Director Emerald Fennell has revealed how her hit erotic thriller, Saltburn, got its name.
Making headlines for its provocative scenes since its release in November, the film has become a queer cult hit, in part for scenes which include Barry Keoghan’s character “guzzling” semen-filled bathwater, humping a grave and dancing nude to disco track “Murder on the Dancefloor.”
Fennell, who also directed Promising Young Woman and appeared in Barbie, as well as playing Camila Parker Bowles (now the queen) in The Crown, revealed that she was initially enticed by the real seaside town in North Yorkshire.
“Somebody asked why it was called Saltburn, and I said: ‘Well, because it’s a real town in England,’” Fennell told Access Hollywood.
“And when I heard the name Saltburn, it sounded like a sex injury, but a really nice one. You know, like a sting, a pleasurable sting. And that’s kind of what the film is really.”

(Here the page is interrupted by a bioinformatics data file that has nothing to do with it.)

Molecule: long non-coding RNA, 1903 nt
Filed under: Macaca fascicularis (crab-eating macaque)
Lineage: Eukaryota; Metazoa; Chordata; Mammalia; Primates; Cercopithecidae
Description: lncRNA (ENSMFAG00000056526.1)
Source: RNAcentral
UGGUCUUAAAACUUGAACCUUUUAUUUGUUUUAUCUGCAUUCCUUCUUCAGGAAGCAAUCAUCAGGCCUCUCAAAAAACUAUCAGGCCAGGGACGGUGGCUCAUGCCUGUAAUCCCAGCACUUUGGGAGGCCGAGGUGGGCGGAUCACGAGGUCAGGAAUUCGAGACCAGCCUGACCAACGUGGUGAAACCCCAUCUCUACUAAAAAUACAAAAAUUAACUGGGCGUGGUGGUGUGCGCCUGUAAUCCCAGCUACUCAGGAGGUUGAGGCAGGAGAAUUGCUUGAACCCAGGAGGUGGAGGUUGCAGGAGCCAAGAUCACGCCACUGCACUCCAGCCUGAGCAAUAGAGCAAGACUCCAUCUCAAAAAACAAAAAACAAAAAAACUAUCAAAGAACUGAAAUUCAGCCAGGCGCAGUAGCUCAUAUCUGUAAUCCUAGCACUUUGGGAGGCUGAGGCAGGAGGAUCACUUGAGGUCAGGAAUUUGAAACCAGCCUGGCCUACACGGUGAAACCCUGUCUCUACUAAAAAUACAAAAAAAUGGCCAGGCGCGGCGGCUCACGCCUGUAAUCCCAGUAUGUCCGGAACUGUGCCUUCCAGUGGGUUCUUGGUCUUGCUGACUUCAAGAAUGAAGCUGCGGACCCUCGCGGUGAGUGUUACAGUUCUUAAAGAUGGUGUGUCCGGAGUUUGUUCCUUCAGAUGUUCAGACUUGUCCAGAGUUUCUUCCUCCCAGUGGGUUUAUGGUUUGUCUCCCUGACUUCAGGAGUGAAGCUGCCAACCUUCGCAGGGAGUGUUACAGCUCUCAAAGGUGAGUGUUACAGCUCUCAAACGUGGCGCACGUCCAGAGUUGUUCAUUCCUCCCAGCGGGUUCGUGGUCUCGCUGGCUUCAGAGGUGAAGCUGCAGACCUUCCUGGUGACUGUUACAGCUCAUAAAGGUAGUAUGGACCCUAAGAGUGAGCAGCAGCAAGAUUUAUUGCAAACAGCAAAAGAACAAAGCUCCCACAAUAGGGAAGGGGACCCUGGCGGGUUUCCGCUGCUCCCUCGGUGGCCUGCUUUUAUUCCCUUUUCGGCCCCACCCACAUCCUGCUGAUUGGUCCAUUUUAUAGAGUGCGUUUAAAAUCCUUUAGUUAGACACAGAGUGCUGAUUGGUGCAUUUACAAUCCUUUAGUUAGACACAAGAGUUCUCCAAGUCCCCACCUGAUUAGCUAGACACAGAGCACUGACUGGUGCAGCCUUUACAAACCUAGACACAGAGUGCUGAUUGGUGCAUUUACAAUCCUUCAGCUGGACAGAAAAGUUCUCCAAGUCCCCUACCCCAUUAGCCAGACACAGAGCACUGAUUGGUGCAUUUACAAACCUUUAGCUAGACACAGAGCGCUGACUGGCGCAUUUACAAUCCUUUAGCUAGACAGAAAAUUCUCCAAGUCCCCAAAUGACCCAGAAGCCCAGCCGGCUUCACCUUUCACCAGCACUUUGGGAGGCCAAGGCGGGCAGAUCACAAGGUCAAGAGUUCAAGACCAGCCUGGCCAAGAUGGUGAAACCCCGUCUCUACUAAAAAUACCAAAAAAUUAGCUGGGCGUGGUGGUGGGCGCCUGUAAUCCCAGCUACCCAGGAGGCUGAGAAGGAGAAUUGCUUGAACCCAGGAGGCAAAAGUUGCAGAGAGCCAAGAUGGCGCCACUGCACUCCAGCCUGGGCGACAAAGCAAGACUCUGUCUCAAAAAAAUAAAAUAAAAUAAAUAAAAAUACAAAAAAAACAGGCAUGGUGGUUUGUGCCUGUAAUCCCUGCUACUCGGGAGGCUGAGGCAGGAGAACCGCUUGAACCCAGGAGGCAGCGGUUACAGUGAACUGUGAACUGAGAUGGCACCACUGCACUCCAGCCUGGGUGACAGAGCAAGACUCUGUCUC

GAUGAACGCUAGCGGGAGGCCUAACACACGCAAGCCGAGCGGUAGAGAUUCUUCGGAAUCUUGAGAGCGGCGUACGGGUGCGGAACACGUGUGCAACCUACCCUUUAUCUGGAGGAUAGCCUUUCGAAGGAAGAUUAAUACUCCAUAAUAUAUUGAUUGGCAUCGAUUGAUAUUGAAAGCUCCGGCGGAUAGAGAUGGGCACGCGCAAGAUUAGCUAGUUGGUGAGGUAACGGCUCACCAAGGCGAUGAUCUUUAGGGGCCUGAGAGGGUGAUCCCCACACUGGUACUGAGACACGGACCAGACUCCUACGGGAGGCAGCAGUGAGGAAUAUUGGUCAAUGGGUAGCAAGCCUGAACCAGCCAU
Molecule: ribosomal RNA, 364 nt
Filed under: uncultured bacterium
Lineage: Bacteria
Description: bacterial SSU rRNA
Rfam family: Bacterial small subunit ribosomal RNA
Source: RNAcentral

Barry Keoghan starred as Oliver in Saltburn. (Prime Video)
The film has won praise for its LGBTQ+ themes, and, while there’s been discourse over whether Oliver was actually in love with fellow student Felix, or just pursued him for his money, Fennell confirmed that, in her view, it is “absolutely [a] queer thriller”.
Speaking to PinkNews on the red carpet at the premiere at the BFI London Film Festival in October, she said: “This is a film entirely about desire, and that desire takes every conceivable manifestation, and it’s so important. [Queerness is] part of the very fabric of the film.
“There are some characters in this who are almost so hyper-hetero that they feel comfortable toeing the line, then there are characters who are absolutely fluid in every conceivable way.
“When you write characters, to me, they come out fully formed. This is a world where everyone wants everyone.”
Elsewhere, Fennell explained that her thought process behind including so much nudity and “fluid” in the film was actually motivated by the pandemic. Although the thriller is set in 2006, it was written shortly after the lockdowns, when restrictions had left so many people isolated and unable to see or touch their loved ones.
“There is a direct line between the fluids that exist in this film and the fact we were not allowed to even breathe the same air for nearly two years,” she told Sky News.